Northeast
via NOAA

NE - Whale Zone Ahead: A Cetacean Speed Trap Tags Ships Going Over the Limit

North Atlantic right whales, a critically endangered species with fewer than 366 remaining individuals, face two main threats: fishing gear entanglements and ship strikes.

The CMA CGM Brazil, a huge cargo freighter carrying more than 15,000 containers, powered through the Atlantic Ocean, headed for New York City. North of Nantucket, it entered what’s known as a dynamic management area (DMA), a region established by the National Oceanic and Atmospheric Administration (NOAA) Fisheries to protect a population of North Atlantic right whales (Eubalaena glacialis). There’s a 10-knot (18.5-kilometer-per-hour) voluntary speed limit in the DMA. But the ship, the length of the Empire State Building, didn’t obey it. Instead, it barreled through the DMA at 13.4 knots (25 km/h), according to GPS tracking data collected by analysts in September.

“They [the ship’s company] were doing all sorts of PR about the environmentally-friendly megaship that is saving all of this carbon and doing this amazing stuff coming into all of these ports,” Gib Brogan, senior campaigns managers at Oceana, a Washington, D.C.-based NGO, told Mongabay. “We thought, you know, that isn’t really the whole story. This enormous ship is going right through whale habitat and not cooperating with the advisories that are coming out from the government.”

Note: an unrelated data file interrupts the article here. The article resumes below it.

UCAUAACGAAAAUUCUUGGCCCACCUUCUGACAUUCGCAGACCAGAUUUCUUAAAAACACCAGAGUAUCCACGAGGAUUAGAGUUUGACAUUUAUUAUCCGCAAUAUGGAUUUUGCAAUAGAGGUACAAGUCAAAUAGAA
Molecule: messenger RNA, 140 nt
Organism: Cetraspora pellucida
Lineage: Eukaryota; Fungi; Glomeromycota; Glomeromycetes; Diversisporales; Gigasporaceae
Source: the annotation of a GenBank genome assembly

While the freighter doesn’t appear to have hit any whales on this particular journey, conservationists say that ship traffic, in general, poses a substantial risk to North Atlantic right whales, particularly when vessels disobey mandatory or voluntary speed limits in places where whales present. To help monitor this issue, Oceana launched a publicly available online tool called Ship Speed Watch this past June, which collects data on vessel speeds in whale conservation areas. When ships go too fast, the interactive map lights up with yellow, orange or red dots.

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